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Protecting peat: Lydia Cole discusses the role of tropical peat forests as freshwater carbon stocks

November 20, 2013
Degraded peat swamp forest behind an area cleared for an oil palm plantation. ©Lydia Cole

Degraded peat swamp forest behind an area cleared for an oil palm plantation. ©Lydia Cole

With the UNFCCC conference in its second week in Warsaw, carbon is in the limelight. While high-profile market-based initiatives such as REDD-plus focus on forest carbon, freshwater ecosystems with significant stocks – such as peatlands – are comparatively overlooked in carbon finance. But Lydia Cole argues these unique wetlands are a critical piece of the emissions puzzle. Cole’s work focuses on tropical peat swamp forests, which hold the most dense terrestrial carbon stocks on the planet – about 500 Gt in 4 million square kilometers, just 3% of the terrestrial surface. Cole, who recently completed her DPhil at Oxford’s Biodiversity Institute, is the first subject of BioFresh’s “Young Thinkers” series, showcasing the work that early-career researchers are doing at BioFresh-linked universities.

An ecologist by training, Cole became interested in tropical peat swamp forests during her master’s studies at Oxford, as she studied the issues surrounding palm oil production. Initially focusing on the role of Imperata grasses in taking over degraded areas, she transferred her energies to peat swamp forests after traveling to Sarawak for fieldwork and seeing the rapid rate at which extensive tracts are being drained for agriculture. Through counting fossil pollen preserved in peat cores dating back up to 5,000 years ago, she studied the role of fire and human land conversion and concluded that while fire had always been a part of peat swamp forest ecosystems, it had rapidly increased in the last two hundred years, coinciding with significant human land-use change and a likely loss of resilience in the ecosystem. Once peat swamp forests are drained for agriculture, the stored organic carbon, normally protected in the water-logged environment of an intact peatland, becomes exposed to the air and oxidizes and produces carbon dioxide. The areas also become much more susceptible to fires, which release even greater amounts of carbon dioxide – globally, equivalent to at least 6% of fossil fuel emissions every year. “It’s really a disaster that they’re being converted,” says Cole.

Lydia Cole has studied the resilience of peat swamp forests in Sarawak, Malaysia, using pollen cores

Lydia Cole has studied the resilience of peat swamp forests in Sarawak, Malaysia, using fossil pollen cores

After finishing her degree, Cole is spending several months testing the waters of the business world, working with Rezatec to develop a means to quantify carbon stocks held within peat. If this is successful, peatland conservation projects may be able to join in global carbon markets. “Not being able to quantify the carbon is  slowing down the potential to conserve peat swamp forests,” says Cole. “Big businesses are becoming more comfortable with forest carbon, but very few people know about peat carbon.” Cole will be working with Rezatec for 8 months, trying to find a way to simplify the complex process of calculating how much carbon is stored in peat. “I’ve always wanted to be very applied, to feed research into very practical conservation issues,” Cole says. “The next 8 months I see as a way of assessing one aspect of potential [peatland] conservation.”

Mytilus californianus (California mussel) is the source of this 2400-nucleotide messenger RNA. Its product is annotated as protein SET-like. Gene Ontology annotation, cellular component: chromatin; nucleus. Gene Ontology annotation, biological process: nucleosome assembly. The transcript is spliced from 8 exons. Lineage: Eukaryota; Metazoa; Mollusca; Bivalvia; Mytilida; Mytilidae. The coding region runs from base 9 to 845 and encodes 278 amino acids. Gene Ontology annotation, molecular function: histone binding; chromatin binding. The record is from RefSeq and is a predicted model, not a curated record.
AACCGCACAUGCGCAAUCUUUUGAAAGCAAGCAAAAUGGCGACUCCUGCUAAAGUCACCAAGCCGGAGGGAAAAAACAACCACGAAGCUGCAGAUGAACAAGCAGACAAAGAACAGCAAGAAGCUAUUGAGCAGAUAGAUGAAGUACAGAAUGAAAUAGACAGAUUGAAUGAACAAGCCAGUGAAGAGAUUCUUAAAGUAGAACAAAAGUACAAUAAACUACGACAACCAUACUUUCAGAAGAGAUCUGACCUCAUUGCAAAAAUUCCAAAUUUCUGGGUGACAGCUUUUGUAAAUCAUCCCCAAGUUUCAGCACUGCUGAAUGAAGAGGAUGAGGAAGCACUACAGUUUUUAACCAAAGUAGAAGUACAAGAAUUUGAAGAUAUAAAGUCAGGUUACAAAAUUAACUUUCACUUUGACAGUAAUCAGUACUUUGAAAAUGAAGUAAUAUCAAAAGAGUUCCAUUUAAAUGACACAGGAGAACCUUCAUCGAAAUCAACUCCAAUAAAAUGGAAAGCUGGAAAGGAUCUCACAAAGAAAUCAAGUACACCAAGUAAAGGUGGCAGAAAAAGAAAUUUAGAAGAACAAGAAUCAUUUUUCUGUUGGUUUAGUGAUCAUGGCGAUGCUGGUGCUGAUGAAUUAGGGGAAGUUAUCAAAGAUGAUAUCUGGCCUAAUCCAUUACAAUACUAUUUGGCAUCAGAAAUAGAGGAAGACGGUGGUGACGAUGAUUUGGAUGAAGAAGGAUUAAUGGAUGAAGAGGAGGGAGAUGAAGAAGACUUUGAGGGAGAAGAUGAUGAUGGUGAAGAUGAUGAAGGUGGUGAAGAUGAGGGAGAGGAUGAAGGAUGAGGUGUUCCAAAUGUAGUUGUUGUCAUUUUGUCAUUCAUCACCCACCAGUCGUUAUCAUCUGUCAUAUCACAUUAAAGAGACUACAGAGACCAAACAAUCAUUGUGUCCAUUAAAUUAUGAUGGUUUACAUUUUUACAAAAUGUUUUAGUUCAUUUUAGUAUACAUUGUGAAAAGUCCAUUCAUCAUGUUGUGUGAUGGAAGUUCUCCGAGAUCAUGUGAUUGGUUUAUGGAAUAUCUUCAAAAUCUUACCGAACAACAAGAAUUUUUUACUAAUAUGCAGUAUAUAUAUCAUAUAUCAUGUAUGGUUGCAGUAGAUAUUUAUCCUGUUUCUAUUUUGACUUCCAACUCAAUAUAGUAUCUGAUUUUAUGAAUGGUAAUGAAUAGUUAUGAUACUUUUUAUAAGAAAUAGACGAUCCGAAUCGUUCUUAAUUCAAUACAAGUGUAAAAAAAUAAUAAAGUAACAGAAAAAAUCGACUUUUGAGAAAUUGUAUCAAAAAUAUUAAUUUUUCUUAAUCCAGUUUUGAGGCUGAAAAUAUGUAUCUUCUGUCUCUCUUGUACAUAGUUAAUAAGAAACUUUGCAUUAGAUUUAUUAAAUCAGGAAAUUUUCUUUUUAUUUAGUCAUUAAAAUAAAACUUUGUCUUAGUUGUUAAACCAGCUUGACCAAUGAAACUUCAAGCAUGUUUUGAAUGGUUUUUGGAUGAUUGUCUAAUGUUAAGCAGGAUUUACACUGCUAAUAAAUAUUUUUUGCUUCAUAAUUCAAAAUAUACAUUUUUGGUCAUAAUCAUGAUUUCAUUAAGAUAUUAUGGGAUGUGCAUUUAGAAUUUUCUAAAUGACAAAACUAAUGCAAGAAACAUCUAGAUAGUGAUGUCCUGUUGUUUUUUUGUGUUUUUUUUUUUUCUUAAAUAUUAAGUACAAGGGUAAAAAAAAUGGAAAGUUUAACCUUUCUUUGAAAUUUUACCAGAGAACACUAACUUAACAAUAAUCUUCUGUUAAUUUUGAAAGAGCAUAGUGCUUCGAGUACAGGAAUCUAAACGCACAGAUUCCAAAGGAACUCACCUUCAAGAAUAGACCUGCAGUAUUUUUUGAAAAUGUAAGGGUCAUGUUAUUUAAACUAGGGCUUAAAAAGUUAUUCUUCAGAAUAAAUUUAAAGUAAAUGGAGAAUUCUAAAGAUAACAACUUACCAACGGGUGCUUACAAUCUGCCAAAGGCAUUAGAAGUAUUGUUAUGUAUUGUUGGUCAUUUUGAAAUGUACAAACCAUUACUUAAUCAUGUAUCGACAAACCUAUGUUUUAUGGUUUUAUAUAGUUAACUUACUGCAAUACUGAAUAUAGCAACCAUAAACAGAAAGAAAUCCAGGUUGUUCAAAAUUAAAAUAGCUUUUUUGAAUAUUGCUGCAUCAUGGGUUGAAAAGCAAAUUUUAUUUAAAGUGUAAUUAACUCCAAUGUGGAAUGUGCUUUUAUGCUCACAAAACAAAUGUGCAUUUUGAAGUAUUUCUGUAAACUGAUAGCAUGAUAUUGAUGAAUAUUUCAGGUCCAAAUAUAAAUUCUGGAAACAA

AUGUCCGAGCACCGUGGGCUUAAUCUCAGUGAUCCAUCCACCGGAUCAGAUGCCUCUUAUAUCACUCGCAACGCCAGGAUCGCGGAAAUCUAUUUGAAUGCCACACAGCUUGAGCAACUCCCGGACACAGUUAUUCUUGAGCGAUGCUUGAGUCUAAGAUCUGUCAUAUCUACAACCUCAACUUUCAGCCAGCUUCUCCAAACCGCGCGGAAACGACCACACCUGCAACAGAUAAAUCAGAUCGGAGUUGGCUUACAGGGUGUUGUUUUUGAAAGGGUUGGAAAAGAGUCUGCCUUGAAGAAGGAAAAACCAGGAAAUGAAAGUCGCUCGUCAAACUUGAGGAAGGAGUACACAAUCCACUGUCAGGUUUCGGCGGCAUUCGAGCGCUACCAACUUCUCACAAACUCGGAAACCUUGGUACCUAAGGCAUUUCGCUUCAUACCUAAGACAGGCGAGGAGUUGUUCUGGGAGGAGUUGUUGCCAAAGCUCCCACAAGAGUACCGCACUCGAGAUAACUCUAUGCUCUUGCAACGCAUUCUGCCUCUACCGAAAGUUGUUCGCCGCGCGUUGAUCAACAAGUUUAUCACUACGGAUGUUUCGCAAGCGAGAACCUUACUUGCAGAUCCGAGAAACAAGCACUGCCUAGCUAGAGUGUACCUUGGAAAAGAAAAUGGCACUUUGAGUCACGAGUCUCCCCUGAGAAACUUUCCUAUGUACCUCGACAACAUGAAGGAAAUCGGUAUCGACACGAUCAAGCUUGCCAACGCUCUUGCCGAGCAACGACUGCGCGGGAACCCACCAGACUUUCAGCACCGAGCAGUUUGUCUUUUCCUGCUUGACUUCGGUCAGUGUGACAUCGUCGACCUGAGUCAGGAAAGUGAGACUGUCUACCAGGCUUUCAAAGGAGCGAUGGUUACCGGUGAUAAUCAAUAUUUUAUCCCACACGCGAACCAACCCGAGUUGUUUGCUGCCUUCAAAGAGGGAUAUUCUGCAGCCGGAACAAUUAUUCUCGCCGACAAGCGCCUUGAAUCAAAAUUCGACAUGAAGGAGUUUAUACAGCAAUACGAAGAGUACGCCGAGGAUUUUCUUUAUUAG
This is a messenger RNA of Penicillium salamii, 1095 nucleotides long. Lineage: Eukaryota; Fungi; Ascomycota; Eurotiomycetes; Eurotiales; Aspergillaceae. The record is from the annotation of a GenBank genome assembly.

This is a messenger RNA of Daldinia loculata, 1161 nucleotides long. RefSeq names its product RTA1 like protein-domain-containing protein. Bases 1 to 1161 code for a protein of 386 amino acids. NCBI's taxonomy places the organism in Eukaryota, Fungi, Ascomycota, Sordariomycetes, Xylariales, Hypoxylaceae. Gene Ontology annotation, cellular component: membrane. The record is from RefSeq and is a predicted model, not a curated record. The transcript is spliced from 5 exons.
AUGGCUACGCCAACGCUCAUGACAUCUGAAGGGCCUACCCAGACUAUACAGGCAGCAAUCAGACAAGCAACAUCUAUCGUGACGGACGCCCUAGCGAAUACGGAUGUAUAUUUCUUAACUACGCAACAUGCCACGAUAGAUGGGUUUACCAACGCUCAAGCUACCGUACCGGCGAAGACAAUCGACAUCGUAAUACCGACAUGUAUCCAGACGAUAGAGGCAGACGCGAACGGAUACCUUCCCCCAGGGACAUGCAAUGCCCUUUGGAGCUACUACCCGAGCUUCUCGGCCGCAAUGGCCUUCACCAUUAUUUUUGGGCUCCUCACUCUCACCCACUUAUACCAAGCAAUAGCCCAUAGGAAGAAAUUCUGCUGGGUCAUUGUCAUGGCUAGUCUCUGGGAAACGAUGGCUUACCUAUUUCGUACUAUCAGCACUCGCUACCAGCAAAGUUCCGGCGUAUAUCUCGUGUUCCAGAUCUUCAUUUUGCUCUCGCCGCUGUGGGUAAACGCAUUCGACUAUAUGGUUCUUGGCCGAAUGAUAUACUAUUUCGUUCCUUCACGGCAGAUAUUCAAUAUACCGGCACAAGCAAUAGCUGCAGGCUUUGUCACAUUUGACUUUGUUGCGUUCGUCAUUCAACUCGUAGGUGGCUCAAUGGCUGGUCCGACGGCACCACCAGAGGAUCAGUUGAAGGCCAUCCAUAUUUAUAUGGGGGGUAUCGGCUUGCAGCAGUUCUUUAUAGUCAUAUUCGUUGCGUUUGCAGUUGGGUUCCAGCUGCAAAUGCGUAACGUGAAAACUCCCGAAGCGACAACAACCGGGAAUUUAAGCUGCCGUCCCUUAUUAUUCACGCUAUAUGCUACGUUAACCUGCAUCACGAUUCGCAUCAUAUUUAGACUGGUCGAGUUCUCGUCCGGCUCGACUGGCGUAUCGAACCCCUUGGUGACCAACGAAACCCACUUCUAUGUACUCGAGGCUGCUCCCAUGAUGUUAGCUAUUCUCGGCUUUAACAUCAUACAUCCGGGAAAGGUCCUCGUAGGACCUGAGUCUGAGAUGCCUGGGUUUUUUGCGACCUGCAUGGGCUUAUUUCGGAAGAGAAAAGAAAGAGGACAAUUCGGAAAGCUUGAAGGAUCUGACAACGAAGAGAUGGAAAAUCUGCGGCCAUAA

Although currently peatlands aren’t a popular carbon-trading option because of uncertainty in how to measure the carbon being stored, Cole says that there are several reasons why they match well with carbon markets. For one thing, in Sarawak she found that in general the peatlands have fewer land rights issues than other forested areas, because there are fewer people living or extracting resources from them. There are also co-benefits – for example, they supply water to several of the major cities, because in their intact state they remain wet all year round. In some areas there is also the potential for eco-tourism, as species such as orangutans may retreat into intact peat swamp forest refuges. But perhaps the best incentive is the urgency of the issue – peat swamp forests are some of the most vulnerable areas to conversion, particularly in nations such as Malaysia which are aggressively pursuing oil palm agriculture.

Why peatlands? Cole says that she often gets that question from friends and colleagues. “They just couldn’t understand why I was interested in this muddy, swampy, mosquito-ridden ecosystem, coming from the UK,” says Cole. But aside from being fascinated with the peat swamp forests themselves, the fact that not many people are interested – in Malaysia or elsewhere – means that there’s the potential to make a difference. Peat forests are a particularly important carbon sink, and a particularly vulnerable one, but for Cole they highlight the threats facing many ecosystems. “To be someone who does care, I feel it’s important that I keep caring, keep working towards a positive change,” she says.

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